Welcome to the morning after where hindsight is a fantastic thing! Last night I ended up in Manchester for my second show of the year at what could’ve been a third or fourth.
Friday night should’ve seen me seeing Stoke punks and UK-82 stalwarts Discharge play the Rebellion Club. Unfortunately I woke up ill at 1:30am on Friday morning and by the time I got home from work 14 hours later with very little sleep, I was shattered and went for a power nap. When I eventually rose from my slumber I’d missed the train to get me there in decent time.
Yesterday could’ve seen me catch snippets of bands in three different locations. There was an all day event going on with a more DIY punk and hardcore ethic going on and I fancied popping in to catch the 30 minute set by French hardcore band Youth Avoiders. In the end I didn’t see the value in money in seeing 1,800 seconds of a band for a tenner.
Performing at the Ruby Lounge was a Judas Priest tribute (Priest Unleashed) with support from the W.A.S.P. tribute band Electric Circus who I really like. When the stage times were released by the venue they left the stage at the exact same time as Geoff Tate began his rendition of one of my favourite albums in a venue nearly a mile away. In the end I opted for a slightly later train and one that’d get me to Rebellion in time for Till Death Do Us Part.
I was there in plenty of time to see them as the venue or promoter had crowded four bands on to the bill where all other shows I knew about only had a pair of bands, I’m thinking Till Death Do Us Part were late additions and they didn’t want to let down the other two? But they still insisted on opening the doors at 7pm with an 11pm curfew. Inevitably things would run behind.
The dark alt rock band looked the part and front woman Emily had the mainly male crowd captivated, but their sound engineer really messed up and cranked up the volume to 12 as if they were performing in an ginormous arena rather than a small club. The sound was ridiculously distorted and the vocals struggled to make an impact. Definitely a band for me to check out via Spotify at a later date.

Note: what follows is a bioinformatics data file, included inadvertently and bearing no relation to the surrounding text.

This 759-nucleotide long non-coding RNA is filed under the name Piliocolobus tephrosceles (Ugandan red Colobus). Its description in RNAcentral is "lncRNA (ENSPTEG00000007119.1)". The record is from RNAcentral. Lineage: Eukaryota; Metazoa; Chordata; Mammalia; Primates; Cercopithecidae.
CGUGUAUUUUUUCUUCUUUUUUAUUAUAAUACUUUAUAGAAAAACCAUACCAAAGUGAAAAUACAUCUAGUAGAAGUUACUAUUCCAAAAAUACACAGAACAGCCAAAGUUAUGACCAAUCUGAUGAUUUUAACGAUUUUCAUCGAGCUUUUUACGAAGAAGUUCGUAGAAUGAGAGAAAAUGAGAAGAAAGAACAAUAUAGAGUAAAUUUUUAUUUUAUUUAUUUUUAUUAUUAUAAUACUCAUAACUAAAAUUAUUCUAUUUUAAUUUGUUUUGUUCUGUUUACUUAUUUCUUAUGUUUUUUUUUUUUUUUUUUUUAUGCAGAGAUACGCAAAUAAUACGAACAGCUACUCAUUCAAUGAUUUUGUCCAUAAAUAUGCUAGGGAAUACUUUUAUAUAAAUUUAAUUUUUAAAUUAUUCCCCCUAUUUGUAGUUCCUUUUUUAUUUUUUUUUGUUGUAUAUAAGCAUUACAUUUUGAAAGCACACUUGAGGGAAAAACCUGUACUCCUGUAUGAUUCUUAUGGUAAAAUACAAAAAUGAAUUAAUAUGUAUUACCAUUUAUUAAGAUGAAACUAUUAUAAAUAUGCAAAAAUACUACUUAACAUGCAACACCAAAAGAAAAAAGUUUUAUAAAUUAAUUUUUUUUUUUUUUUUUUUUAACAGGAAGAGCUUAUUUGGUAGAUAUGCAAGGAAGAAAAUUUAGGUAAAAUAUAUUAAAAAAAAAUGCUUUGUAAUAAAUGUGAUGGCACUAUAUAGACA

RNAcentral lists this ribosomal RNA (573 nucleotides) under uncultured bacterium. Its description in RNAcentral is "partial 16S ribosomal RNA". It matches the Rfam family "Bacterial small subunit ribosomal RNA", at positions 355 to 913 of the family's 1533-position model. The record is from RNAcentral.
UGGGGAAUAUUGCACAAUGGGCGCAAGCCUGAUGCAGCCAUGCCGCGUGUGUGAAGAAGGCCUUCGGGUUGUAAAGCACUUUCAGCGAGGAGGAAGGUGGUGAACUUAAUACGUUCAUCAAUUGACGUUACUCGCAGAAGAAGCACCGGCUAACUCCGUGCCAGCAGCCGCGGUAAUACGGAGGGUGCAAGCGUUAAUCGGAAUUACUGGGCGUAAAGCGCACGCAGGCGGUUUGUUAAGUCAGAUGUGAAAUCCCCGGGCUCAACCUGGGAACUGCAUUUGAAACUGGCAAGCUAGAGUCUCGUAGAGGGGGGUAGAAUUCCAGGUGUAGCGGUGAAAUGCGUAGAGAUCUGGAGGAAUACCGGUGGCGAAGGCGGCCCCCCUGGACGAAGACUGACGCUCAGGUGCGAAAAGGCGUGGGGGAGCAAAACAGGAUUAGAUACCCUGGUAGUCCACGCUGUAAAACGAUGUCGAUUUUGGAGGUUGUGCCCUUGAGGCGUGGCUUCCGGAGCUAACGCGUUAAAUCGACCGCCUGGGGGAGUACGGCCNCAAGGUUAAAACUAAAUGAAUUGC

Now for the “in hindsight” choices for the night! I had the choice of three Operation: Mindcrime shows within an hours drive (traffic allowing) from home. I plumped in Manchester as it was a Saturday and with the 11pm curfew I knew I had to miss a song or two to make the train but I’d have seen 90% of the show.
Instead of hitting the stage at 9:30 to play an album just shy of an hour by 46 seconds, Tate eventually came out of the dressing room just after 10pm and I know this as the fedora clad frontman brushed past me on the way to the stage. In the end I got about 45 minutes of Operation: Mindcrime the album and the band but had to bolt out of the door pretty much as soon as Suite Sister Mary finished. It’s the centre piece of the album, and my favourite song, so it wasn’t too much if a hardship (well so I’m still telling myself).
If I had known I’d miss almost 50% of his performance I’d have opted for Bilston earlier in the week or Buckley tonight. For someone who spends more than a full day of each week behind a steering wheel and this venue being a pain in the derrière to navigate to through the cities multitude of road works, driving there was never an option for me. As the Youth Avoiders set was dismissed as no value for money the Geoff Tate performance was ultimately even worse value. When a venue or promoter indicates a curfew time, and usually prefaces it with the statement “strict” you’d expect it to be close to that time and people can make arrangements based on the information supplied. I’m sure quite a few others had to cut their evening of entertainment short for similar reasons.
Reflecting on the show itself the sound eventually cleared up and Tate and his band did the material justice. I saw him with his former paymasters perform the album in full a decade ago so it’s not as if tonight was something unique and never done before, which in a bittersweet way didn’t make leaving too much if a hardship. Emily Tate from the previous band (yes, it’s Geoff’s daughter) donned a blonde wig to to reprise Pamela Moore’s iconic persona of Sister Mary. She gave it a good go and yet again suffered from a low vocal mix through the PA, but the power of the original vocal track just wasn’t there.
Taken from one of my favourite live releases that originally surfaced in 1991 in a long box with a CD and a VHS tape, Operation: Livecrime was a superb document of one metal’s finest concept albums. Tate’s vocal delivery 26 years after this release is still pretty decent, but the video below really does bring home just how majestic he was.